Global Thermonuclear War

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A pen-and-paper game designed to be played with no additional resources.


Each player represents a nation involved in nuclear warfare with all other players. Each player has 10 cities, with one designated as a capital. When all their cities are eliminated, that player is eliminated.

Winner is the last surviving player.


Players should agree on which variants are being used before beginning. Variants described in the rules below.

Each turn is split into two stages.

1. Build-and-allocate.

  • At the start of each turn, each player builds one nuke OR one defence per city, with the capital capable of building one additional of either. They then allocate defences to specific cities
    • Game variant 1: nukes are not per-city (missile silos aren't cities), meaning all hoarded missiles remain available so long as the player keeps at least one city alive.
    • Game variant 2: nukes are allocated per-city, meaning they can only be launched whilst the city survives.
  • Players then assign targets for their nukes. (eg: 2 nukes to player four's city five. 1 nuke to player two's city seven, etc). There is no requirement that all nukes be used that turn. They can be hoarded.

Game Variant A: Focus on attacks. Then survey results.

2a. Attack!

  • Conceptually, all attacks are simultaneous, but for practical reasons are announced in turn around the table.
  • Each nuke destroys one defence, or the city if it has no remaining defences.
  • Recipients of nukes note the resulting damage to themselves.

2b. Survey the damage

  • At the end of each turn, each player announces in turn if any cities have been destroyed. No further information need be revealed (as that would reveal information about their defensive strategies)

Game Variant B: Focus on defence. Report results immediately.

2. Defend and report

  • In this variant, each city around the table is polled for all players to see who attacks it, and it's result is known before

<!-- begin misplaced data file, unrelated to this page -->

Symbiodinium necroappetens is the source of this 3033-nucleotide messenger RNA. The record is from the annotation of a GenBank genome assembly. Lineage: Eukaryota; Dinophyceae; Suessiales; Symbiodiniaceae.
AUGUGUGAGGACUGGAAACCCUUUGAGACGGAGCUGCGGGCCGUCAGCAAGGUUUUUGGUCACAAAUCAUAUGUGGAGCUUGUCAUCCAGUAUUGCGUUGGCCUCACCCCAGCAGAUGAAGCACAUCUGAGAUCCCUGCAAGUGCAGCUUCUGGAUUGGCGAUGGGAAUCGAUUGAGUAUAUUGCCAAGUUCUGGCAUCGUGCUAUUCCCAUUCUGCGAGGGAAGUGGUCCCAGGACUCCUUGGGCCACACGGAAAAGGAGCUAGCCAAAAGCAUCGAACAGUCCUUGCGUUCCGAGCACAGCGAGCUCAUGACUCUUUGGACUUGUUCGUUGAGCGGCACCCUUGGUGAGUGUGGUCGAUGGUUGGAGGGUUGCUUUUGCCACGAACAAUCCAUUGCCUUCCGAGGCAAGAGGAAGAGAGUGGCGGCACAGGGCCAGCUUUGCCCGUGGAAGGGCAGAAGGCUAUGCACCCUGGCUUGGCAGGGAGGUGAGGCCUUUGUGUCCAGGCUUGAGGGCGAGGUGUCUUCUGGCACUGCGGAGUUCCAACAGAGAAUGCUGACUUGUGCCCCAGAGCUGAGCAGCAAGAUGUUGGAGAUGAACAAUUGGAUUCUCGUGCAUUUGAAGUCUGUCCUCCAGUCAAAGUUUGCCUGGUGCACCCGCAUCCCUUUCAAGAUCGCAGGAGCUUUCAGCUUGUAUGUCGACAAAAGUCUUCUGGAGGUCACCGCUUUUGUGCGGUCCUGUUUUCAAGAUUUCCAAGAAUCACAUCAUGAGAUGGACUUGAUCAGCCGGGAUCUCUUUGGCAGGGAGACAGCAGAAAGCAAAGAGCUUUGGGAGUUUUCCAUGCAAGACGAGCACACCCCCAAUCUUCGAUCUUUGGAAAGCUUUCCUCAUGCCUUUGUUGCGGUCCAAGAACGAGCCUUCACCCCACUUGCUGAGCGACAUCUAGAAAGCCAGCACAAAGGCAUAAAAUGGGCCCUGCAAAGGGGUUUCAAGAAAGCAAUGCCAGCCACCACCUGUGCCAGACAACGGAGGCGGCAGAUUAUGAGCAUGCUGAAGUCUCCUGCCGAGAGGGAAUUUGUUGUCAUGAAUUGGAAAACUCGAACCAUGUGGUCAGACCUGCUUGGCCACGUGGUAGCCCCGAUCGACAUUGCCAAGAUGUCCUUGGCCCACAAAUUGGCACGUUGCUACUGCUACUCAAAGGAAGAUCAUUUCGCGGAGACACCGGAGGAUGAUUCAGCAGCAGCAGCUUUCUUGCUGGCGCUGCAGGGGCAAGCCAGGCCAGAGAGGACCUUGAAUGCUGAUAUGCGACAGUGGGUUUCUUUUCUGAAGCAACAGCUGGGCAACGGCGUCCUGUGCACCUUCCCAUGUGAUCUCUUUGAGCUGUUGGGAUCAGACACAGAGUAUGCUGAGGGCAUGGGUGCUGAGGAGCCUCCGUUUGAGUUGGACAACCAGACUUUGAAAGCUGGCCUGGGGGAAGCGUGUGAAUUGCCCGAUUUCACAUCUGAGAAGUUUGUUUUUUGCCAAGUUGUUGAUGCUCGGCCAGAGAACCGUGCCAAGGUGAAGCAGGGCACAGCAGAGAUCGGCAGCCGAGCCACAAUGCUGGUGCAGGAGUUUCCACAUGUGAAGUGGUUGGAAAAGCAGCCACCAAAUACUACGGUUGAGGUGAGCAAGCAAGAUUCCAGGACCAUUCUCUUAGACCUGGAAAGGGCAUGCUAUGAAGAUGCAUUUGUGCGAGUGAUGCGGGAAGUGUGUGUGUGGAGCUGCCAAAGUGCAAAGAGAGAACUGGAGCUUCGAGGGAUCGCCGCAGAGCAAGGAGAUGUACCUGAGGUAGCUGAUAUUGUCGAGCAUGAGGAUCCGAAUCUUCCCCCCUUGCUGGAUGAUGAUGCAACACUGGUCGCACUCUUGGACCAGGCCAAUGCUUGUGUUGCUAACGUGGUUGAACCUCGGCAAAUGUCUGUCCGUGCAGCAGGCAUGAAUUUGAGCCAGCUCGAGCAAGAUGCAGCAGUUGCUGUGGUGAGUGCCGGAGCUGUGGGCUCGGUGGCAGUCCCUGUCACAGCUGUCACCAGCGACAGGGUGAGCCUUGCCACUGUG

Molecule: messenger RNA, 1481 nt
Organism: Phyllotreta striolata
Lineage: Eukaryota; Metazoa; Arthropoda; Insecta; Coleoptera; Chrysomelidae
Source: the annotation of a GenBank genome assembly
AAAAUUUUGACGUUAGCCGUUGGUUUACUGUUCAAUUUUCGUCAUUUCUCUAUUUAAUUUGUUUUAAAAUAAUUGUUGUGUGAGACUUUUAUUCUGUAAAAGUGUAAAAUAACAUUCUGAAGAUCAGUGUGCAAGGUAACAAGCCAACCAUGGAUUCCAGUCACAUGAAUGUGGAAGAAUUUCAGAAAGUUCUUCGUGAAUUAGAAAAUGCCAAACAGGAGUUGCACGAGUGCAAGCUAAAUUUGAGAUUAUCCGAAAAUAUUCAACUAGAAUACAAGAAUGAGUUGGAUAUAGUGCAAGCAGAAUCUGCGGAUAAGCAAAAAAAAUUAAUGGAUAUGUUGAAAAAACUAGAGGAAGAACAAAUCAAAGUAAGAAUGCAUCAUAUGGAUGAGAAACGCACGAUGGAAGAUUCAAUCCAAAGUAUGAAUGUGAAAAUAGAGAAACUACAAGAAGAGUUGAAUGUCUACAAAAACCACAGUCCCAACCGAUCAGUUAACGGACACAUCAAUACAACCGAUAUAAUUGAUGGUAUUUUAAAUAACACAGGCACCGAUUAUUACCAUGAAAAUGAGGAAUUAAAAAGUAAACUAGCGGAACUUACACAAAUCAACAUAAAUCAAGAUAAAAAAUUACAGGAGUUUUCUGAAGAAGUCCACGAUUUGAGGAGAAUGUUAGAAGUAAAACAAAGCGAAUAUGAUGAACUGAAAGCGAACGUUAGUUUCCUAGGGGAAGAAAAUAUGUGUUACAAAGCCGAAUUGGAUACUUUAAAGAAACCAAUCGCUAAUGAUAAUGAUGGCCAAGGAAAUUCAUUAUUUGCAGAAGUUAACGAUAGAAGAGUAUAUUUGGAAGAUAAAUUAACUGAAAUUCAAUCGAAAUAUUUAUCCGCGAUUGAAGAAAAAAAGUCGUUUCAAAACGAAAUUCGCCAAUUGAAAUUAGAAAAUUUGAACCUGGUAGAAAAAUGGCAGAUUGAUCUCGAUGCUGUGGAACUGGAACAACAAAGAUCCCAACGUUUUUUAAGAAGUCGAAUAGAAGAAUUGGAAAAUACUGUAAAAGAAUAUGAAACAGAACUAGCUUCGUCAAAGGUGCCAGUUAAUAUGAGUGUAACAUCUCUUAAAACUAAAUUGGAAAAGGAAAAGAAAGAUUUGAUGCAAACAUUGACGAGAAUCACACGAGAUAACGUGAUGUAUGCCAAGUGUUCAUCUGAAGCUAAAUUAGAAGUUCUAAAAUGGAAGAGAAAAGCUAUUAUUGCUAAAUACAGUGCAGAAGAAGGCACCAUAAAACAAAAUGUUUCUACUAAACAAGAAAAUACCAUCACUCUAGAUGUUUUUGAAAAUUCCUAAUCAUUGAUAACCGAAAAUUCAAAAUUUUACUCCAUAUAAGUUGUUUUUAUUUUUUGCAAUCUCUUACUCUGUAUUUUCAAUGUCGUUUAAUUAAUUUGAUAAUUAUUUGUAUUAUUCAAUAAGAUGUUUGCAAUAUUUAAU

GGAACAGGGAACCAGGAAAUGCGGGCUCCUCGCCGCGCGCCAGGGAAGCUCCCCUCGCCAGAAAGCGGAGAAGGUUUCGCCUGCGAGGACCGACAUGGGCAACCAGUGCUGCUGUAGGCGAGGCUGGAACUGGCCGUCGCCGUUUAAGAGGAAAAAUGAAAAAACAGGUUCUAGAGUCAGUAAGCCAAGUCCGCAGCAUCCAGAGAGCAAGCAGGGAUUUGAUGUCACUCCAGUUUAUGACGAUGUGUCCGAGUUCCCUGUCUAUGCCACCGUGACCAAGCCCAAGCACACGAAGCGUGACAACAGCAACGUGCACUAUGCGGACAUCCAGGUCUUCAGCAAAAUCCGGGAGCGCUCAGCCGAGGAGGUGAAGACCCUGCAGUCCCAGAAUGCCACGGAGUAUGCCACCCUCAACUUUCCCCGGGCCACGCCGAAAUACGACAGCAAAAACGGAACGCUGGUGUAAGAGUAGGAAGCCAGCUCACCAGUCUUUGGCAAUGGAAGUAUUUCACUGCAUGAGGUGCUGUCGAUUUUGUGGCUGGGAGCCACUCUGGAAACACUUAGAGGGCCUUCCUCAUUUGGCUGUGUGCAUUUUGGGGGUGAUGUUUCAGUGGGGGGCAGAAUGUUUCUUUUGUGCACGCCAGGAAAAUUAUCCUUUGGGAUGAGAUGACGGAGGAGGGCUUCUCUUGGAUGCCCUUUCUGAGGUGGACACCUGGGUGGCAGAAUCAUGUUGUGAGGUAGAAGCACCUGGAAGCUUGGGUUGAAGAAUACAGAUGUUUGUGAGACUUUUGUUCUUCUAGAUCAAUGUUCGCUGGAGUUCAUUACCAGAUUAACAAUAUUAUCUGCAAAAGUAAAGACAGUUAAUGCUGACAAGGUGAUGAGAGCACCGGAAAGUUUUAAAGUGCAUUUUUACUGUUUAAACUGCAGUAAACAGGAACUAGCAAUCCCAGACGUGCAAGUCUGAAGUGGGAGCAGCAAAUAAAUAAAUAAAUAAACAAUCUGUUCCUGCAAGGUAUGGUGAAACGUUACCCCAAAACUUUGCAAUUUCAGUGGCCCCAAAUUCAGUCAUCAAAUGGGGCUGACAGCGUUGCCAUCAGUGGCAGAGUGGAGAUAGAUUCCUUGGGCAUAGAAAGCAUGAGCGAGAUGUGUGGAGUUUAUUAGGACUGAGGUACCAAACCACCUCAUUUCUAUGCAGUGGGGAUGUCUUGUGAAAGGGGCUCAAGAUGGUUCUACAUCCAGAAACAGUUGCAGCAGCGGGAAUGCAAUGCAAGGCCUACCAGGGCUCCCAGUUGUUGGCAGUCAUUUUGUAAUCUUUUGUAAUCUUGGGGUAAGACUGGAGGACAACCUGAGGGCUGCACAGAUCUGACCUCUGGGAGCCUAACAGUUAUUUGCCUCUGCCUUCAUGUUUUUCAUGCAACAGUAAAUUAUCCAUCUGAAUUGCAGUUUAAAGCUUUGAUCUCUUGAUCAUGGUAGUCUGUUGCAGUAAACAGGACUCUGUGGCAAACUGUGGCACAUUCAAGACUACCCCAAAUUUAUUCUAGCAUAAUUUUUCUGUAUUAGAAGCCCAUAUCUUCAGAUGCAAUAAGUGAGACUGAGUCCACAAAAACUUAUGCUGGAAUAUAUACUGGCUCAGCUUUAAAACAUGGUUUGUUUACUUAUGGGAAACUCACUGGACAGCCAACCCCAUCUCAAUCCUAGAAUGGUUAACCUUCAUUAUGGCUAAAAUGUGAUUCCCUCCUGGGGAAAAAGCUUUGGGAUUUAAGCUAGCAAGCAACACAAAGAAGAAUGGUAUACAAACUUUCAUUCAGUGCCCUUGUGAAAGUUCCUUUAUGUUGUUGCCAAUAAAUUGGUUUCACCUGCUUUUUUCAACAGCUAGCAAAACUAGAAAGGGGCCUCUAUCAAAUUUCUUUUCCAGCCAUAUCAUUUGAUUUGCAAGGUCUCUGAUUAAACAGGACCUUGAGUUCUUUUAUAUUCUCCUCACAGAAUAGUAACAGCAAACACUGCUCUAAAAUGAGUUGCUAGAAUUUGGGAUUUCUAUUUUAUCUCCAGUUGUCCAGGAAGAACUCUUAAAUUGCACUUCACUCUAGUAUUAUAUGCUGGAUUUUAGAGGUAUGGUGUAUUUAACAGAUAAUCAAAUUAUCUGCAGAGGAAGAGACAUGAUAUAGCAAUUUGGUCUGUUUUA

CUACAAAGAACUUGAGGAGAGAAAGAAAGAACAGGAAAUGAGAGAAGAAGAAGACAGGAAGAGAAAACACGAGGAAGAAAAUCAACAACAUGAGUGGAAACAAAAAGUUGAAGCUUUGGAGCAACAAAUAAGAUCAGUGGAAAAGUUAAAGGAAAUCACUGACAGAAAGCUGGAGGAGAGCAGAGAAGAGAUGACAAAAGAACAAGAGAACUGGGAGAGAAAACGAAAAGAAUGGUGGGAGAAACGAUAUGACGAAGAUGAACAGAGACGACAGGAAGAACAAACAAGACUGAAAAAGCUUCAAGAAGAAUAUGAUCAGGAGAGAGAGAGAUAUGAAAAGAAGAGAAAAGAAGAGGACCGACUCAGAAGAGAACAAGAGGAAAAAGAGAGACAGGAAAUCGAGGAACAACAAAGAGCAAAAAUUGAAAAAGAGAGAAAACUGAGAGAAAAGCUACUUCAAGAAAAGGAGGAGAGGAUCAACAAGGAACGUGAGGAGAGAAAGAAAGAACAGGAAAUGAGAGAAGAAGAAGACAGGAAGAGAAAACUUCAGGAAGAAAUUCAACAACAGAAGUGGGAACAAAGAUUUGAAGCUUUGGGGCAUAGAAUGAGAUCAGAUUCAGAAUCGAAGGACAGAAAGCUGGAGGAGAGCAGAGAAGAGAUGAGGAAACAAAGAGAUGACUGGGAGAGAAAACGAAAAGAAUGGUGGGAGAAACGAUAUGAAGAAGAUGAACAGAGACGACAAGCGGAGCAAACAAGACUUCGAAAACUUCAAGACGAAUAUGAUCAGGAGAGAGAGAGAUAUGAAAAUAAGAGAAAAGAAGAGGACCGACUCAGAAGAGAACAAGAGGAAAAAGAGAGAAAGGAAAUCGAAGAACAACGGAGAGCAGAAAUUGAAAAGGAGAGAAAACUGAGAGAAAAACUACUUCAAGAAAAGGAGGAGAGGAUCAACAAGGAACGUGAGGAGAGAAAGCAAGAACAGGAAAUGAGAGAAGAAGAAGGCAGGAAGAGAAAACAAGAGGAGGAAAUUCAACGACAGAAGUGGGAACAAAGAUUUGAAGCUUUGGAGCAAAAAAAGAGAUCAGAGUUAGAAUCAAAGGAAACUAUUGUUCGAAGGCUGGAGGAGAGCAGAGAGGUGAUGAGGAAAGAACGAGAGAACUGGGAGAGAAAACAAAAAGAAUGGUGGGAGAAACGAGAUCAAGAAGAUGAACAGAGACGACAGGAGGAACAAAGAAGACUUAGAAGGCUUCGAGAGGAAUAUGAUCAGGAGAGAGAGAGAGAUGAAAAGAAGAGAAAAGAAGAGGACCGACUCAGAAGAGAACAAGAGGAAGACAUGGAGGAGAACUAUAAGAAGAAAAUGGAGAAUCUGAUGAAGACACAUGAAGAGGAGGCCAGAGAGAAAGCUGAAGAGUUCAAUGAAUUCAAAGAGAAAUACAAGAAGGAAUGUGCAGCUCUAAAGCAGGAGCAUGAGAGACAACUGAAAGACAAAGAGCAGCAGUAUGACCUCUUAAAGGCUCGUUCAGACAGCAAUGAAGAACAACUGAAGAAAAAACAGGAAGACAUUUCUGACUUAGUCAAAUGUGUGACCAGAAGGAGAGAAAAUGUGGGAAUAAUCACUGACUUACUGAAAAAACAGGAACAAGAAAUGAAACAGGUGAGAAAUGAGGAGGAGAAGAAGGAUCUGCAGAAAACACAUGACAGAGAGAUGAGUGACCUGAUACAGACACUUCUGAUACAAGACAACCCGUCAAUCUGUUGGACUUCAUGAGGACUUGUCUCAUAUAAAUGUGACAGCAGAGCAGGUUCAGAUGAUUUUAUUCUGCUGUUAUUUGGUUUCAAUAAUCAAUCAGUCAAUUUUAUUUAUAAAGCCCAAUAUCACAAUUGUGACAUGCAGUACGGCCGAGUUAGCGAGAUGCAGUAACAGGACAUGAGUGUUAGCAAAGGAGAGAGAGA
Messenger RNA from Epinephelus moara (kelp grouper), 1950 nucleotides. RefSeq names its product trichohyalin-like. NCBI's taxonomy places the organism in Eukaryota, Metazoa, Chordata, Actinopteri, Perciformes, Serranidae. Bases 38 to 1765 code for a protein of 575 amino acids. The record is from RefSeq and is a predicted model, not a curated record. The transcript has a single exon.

• EG: player one asks who is nuking their city 1. Other players respond in turn, and the destruction of city 1 is reported immediately.
      • Repeat for city 2, city 3, etc. Then repeat for player two, player three, etc.

Variants 1 and 2 are to taste. This author prefers variant 1.

Variants A is expected to be better for beginner players, as attacks and reports are handled seperately, whilst Variant B likely makes it harder to keep track of which player is hoarding or not, and so better for more advanced play. This author has not played variant B recently (perhaps ever), but prefers the idea of it.

Remember: The practical limitations of gameplay require sequential reporting of attacks and destructions, but conceptually, all are simultaneous (hence stage 1 separate to stage 2). Retaliation must await the next turn!


  • Originally created by Pauline, Evan and others to pass the time whilst waiting in the queue for Episode I.
  • An online version was created and may yet be resurrected.

2020 Revisions

  • Centers of industry and diplomacy

Instead of a capital which can build "one extra thing", proposed idea is that there be a city designated the capital which acts as a "center of diplomacy" and it's +1 build is a defence, whilst there is a seperate "center of industry" which builds an additional missile. If either city is destroyed, then that +1 ability is lost. HOWEVER, the player then designates a different city to be their replacement capital/industry, and that city gains the +1 ability on it's third turn. (if the city is destroyed, then a new city can be designated and the turn count resets). A city cannot be both centers unless it is the final city

This has not yet been play tested and has been brainstormed solely from the logic of "in the real world, if you lose your capital, you don't go without - you specify a replacement!"

  • Resource limitations

It's unknown how many people played the game when first developed, however a 2020 game with seven people found the end-game became tedious (with about half the cities gone). In discussion, it was proposed that as the player count increases, that the number of cities per player reduces. Thus it is proposed that initially there be a maximum of 42 cities - split evenly amongst players and capped at 10. Thus two, three and four player games would have 10 cities each. Five player game has 8 per player. Six player game has 7 cities each, Seven player: 6. Eight player: 5, Nine and Ten player games have 4 each...

This has not been playtested.

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